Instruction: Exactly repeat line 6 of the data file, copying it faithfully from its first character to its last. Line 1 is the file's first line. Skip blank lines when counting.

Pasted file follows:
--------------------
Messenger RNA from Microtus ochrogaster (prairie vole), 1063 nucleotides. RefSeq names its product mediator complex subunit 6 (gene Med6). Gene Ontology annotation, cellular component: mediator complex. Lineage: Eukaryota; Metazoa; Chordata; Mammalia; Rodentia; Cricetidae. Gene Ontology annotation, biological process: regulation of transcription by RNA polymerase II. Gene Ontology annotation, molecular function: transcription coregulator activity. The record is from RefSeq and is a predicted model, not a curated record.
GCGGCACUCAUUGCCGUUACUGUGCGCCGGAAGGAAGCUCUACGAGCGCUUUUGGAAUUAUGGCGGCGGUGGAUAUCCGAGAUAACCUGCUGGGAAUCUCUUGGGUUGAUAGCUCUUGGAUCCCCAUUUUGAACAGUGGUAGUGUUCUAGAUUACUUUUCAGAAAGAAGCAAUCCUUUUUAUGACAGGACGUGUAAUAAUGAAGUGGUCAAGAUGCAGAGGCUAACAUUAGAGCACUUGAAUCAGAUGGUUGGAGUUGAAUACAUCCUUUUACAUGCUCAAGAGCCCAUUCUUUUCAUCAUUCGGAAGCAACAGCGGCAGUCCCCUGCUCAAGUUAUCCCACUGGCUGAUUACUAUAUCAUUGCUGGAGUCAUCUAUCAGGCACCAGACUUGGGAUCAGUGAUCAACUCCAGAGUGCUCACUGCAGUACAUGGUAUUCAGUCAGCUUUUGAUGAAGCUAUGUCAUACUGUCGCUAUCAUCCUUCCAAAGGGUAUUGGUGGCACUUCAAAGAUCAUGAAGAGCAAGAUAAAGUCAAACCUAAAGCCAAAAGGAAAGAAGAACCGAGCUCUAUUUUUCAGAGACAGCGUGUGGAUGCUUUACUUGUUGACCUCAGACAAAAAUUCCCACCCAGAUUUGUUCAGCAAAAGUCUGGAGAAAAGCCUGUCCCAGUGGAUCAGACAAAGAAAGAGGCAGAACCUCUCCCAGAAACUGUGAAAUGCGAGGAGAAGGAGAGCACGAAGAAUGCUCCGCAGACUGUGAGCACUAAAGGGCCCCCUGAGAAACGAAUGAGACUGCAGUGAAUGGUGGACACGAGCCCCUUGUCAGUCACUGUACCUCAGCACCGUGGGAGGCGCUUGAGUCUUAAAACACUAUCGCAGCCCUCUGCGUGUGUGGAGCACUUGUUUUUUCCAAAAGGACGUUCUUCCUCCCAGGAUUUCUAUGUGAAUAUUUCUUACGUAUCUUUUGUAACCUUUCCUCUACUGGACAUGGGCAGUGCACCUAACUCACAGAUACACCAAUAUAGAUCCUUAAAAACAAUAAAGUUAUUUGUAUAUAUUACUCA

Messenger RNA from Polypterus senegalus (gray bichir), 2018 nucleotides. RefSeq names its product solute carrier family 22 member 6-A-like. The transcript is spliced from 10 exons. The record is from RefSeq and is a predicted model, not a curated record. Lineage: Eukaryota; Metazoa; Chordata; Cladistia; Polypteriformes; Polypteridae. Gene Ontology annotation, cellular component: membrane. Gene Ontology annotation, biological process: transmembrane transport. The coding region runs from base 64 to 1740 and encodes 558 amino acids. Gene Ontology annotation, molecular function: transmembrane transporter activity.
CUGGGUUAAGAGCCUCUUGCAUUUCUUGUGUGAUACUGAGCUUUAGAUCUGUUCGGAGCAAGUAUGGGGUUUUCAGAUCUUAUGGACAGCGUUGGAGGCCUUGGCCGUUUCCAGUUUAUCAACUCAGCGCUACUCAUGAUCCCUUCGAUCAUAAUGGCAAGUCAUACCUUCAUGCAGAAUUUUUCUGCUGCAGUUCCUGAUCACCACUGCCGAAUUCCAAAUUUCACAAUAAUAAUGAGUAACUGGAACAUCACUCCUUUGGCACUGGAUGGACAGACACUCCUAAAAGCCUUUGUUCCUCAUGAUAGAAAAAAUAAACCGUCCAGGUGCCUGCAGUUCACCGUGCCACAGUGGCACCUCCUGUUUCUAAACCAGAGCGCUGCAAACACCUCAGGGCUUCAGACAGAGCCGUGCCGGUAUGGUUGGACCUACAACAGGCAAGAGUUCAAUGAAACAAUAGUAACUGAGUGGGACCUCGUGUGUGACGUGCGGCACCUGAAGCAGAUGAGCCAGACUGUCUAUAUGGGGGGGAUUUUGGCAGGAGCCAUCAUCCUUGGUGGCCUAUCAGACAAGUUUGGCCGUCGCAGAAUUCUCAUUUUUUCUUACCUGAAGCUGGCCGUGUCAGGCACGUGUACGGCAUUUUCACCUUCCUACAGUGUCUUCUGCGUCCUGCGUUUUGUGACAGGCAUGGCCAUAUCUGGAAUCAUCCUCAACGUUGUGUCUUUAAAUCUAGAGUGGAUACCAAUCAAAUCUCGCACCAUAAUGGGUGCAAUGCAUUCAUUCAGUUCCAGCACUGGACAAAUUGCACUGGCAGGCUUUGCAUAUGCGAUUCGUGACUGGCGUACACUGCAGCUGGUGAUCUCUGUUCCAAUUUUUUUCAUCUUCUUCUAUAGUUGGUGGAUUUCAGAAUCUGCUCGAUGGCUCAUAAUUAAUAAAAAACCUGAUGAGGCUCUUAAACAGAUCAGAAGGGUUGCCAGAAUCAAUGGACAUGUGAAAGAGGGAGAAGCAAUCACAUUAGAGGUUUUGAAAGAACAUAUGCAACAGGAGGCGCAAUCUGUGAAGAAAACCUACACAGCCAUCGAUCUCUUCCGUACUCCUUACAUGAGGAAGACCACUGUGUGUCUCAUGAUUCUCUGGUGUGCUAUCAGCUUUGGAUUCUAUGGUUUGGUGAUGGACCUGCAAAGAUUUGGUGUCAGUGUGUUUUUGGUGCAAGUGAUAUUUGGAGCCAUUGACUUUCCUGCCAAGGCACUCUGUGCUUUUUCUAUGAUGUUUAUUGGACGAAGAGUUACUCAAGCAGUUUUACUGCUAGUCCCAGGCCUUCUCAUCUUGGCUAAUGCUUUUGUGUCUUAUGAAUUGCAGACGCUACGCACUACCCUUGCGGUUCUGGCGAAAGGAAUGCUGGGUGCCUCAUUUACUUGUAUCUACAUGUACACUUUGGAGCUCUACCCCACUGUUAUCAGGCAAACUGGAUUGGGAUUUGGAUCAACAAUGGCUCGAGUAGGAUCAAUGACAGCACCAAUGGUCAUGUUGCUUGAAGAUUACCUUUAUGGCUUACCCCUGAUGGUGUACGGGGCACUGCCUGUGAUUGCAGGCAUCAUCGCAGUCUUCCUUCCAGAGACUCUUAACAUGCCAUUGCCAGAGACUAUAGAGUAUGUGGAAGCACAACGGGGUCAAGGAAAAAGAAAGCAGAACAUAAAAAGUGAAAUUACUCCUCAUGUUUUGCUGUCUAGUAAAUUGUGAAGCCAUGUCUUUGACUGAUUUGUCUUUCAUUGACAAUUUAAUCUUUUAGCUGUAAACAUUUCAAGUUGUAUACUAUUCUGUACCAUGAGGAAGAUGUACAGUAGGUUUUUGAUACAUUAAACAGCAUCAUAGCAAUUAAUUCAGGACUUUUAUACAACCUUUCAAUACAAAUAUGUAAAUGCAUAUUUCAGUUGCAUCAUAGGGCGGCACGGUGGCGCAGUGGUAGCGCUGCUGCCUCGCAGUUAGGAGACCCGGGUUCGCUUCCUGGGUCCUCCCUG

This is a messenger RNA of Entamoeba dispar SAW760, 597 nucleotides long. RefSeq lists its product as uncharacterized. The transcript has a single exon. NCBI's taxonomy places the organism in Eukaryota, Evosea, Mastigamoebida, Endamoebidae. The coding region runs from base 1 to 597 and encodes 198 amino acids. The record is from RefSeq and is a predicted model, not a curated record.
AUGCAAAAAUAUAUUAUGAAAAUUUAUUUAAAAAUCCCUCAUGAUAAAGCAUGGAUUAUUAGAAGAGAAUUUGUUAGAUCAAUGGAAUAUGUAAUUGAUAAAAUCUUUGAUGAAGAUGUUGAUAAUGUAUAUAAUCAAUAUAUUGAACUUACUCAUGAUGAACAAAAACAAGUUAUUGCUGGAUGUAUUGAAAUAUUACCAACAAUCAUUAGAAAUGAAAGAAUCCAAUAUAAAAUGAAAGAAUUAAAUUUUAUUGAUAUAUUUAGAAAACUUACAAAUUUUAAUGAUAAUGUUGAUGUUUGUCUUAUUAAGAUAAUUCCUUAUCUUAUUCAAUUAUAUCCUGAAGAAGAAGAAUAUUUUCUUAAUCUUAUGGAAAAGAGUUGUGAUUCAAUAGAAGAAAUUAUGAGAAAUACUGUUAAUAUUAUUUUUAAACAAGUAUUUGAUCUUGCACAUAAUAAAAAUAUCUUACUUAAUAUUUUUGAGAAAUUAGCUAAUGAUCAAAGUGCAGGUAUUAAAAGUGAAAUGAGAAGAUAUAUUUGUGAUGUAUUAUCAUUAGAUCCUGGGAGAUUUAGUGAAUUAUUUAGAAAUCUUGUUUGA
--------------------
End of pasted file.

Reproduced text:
AUGCAAAAAUAUAUUAUGAAAAUUUAUUUAAAAAUCCCUCAUGAUAAAGCAUGGAUUAUUAGAAGAGAAUUUGUUAGAUCAAUGGAAUAUGUAAUUGAUAAAAUCUUUGAUGAAGAUGUUGAUAAUGUAUAUAAUCAAUAUAUUGAACUUACUCAUGAUGAACAAAAACAAGUUAUUGCUGGAUGUAUUGAAAUAUUACCAACAAUCAUUAGAAAUGAAAGAAUCCAAUAUAAAAUGAAAGAAUUAAAUUUUAUUGAUAUAUUUAGAAAACUUACAAAUUUUAAUGAUAAUGUUGAUGUUUGUCUUAUUAAGAUAAUUCCUUAUCUUAUUCAAUUAUAUCCUGAAGAAGAAGAAUAUUUUCUUAAUCUUAUGGAAAAGAGUUGUGAUUCAAUAGAAGAAAUUAUGAGAAAUACUGUUAAUAUUAUUUUUAAACAAGUAUUUGAUCUUGCACAUAAUAAAAAUAUCUUACUUAAUAUUUUUGAGAAAUUAGCUAAUGAUCAAAGUGCAGGUAUUAAAAGUGAAAUGAGAAGAUAUAUUUGUGAUGUAUUAUCAUUAGAUCCUGGGAGAUUUAGUGAAUUAUUUAGAAAUCUUGUUUGA